City officials say they always planned lax enforcement of the anti-smoking ban in the early days. They say their focus now is on getting the word out, not on writing tickets.

Still, the dearth of tickets, coupled with the reality that many people are flagrantly violating the law, has left some questioning whether the city is truly committed to keeping these new smoke-free zones actually smoke free.

"The new smoking law is an absolute joke," said Ida Sanoff, 59 years old, who lives in Brighton Beach, Brooklyn, and enjoys spending time at the ocean. "I have asthma and there are days when I've had to move my chair three times because people, sometimes in groups, sat down near me and started smoking like chimneys."

Ms. Sanoff said she's even spotted "vendors" selling cigarettes on the beach since the ban took effect.

"It doesn't make sense to put a law into place without any way of enforcing it. Why bother?" she said.

Since May 23, the Parks & Recreation Department has recorded roughly 700 instances in which officials approached smokers and informed them of the new law; in those cases, the smokers have been compliant, officials said.

Parks Department officials are authorized to enforce the law and may issue fines of $50 per violation.

But the city is hoping the law will largely be self-enforcing. When lawmakers passed the new law, they deliberately prohibited police officers from issuing any tickets related to the smoke ban.

Council Member Gale Brewer, the law's lead sponsor, said this will be the "summer of warnings."

"I don't want people to get tickets and feel like there is somebody doing this for revenue," she said. "I like the fact that there are warnings."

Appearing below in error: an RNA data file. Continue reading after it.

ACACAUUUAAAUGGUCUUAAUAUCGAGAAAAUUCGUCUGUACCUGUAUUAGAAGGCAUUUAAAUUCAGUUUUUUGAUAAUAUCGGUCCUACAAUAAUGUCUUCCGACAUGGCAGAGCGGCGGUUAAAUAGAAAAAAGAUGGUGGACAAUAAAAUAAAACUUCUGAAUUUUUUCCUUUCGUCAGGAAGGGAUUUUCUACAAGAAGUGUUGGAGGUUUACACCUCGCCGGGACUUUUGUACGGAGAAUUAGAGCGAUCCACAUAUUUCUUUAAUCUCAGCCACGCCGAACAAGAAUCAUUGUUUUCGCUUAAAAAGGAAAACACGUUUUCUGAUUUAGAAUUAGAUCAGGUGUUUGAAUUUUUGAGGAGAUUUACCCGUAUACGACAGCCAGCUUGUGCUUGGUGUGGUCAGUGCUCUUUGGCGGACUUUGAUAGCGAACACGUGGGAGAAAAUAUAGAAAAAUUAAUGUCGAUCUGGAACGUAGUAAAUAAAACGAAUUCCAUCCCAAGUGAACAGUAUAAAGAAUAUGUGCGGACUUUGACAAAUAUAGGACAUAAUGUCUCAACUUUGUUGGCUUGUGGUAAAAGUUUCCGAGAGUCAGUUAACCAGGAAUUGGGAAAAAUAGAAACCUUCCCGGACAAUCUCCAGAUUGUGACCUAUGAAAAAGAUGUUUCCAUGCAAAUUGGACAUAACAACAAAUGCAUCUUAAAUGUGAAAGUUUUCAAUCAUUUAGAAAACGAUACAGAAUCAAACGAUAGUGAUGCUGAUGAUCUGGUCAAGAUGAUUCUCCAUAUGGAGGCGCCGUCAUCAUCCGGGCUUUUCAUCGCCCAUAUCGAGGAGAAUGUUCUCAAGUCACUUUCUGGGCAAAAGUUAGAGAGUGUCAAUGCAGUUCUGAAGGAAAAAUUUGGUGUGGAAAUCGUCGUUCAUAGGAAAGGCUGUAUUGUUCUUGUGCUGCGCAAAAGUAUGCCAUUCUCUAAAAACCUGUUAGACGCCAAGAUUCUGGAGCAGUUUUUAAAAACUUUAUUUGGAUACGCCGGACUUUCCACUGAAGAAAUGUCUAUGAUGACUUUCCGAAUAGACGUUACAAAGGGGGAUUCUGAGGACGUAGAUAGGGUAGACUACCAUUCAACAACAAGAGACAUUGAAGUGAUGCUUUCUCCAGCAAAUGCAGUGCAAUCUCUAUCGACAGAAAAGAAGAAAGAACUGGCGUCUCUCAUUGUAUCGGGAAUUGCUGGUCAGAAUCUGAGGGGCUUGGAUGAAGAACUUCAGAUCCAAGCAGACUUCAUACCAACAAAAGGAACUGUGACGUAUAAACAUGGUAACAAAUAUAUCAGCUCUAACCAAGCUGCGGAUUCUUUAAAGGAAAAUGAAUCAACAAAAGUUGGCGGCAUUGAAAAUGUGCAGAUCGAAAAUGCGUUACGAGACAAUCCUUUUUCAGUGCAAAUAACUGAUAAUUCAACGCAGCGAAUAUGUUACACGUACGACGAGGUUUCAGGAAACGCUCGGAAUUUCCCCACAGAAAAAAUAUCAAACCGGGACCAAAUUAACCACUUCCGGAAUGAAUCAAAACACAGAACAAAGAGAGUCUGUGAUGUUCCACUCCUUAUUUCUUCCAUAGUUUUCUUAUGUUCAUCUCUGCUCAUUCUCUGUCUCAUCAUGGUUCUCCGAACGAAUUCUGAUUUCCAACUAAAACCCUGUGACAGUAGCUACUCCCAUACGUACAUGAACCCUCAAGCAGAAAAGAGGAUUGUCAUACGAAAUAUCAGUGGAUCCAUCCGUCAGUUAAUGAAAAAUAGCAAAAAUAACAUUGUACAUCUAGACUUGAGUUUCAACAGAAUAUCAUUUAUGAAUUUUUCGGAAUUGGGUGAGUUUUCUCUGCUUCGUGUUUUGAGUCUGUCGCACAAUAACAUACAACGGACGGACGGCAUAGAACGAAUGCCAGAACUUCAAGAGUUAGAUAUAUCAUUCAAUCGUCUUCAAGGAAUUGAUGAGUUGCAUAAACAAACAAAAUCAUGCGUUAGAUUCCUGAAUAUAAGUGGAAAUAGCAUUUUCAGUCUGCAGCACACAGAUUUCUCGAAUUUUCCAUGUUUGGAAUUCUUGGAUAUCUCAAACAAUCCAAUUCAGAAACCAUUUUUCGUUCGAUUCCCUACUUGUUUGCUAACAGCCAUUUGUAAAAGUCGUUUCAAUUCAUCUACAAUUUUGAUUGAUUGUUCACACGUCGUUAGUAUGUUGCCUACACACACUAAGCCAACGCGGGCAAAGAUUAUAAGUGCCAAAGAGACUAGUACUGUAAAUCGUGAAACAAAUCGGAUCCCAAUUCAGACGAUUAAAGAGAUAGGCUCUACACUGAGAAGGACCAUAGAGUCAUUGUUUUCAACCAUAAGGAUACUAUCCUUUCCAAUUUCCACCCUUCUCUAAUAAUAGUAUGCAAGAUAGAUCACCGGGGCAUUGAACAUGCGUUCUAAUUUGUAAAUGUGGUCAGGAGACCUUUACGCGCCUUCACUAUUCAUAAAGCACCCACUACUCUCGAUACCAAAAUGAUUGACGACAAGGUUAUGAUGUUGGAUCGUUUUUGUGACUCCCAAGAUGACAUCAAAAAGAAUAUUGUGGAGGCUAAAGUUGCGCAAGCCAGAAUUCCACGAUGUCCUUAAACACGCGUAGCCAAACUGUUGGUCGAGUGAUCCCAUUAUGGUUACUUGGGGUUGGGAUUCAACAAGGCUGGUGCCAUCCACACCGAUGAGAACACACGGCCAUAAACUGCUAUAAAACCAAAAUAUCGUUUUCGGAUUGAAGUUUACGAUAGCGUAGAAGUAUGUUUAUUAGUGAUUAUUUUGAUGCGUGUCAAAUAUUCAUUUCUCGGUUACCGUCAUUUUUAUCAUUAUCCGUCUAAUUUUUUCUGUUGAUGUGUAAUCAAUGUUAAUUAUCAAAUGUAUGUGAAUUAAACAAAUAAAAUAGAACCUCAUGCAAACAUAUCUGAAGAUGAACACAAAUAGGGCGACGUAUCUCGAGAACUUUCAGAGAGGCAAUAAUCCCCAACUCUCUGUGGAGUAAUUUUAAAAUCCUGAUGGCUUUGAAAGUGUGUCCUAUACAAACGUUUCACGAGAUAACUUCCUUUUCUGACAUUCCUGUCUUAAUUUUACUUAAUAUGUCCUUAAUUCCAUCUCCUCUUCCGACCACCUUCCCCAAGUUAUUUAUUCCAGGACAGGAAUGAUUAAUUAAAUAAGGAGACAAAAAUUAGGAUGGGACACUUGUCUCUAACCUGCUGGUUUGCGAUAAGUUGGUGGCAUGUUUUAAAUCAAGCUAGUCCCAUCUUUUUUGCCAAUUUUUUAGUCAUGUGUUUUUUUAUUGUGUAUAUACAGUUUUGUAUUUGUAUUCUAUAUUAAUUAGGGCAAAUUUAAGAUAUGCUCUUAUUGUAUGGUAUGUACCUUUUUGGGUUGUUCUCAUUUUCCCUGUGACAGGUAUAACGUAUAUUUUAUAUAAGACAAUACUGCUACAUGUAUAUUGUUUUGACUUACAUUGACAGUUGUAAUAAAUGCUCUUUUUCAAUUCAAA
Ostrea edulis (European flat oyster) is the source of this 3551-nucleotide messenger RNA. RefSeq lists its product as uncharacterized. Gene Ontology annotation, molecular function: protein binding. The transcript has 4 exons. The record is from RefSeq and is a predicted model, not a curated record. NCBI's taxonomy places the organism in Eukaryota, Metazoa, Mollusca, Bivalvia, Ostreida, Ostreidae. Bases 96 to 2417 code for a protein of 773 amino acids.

At some point in the future, if people continue to violate the law, Ms. Brewer said she expected the city will step up enforcement.

Adrian Benepe, commissioner of the parks department, and Dr. Thomas Farley, commissioner of the Department of Health and Mental Hygiene, declined requests for comment.

"As with any new law, compliance occurs over time as the public becomes increasingly aware of new rules," the health department said in a statement. "To educate New Yorkers and visitors about the new law, signage has been posted throughout the city's parks and beaches."

Earlier this month, Albert Wyse, a 28-year-old from Manhattan, enjoyed a cigarette while sitting on a bench in Washington Square Park. Mr. Wyse, who gave his cigarette to another park visitor to finish, said he was unaware of the ban in city parks. But knowledge of the law, he said, was unlikely to stop him from continuing to smoke in parks. "I don't think anyone cares because it's not really enforced," Mr. Wyse said. "I really can't see some police officer or park ranger coming up to me and telling me to put it out."

Still, he said, "I would put it out if I were asked politely."

Geoffrey Croft, of NYC Park Advocates, a nonprofit watchdog group, said the notion that the law will be self-enforced is "ridiculous." Smokers "kind of laugh" when told by citizens that they are violating the law," he said.

"They say, 'Well, if it's not going to be enforced, why should we stop smoking?'" he said. "People are going to continue to flout it, if there's no pressure to deal with it."

Read More:

Wall Street Journal - June 27, 2011- By Michael Howard Saul and Richard Autry

A Walk In The Park - June 21, 2011

A Walk In The Park - May 29, 2011

A Walk In The Park - May 28, 2011

A Walk In The Park - May 26, 2011 - By Geoffrey Croft

A Walk In The Park - February 22, 2011

A Walk In The Park - February 2, 2011

A Walk In The Park - February 12, 2011

Sunday, June 26, 2011

Man Charged In Statutory Rape Of 15-Year-Old In Central Park's Strawberry Fields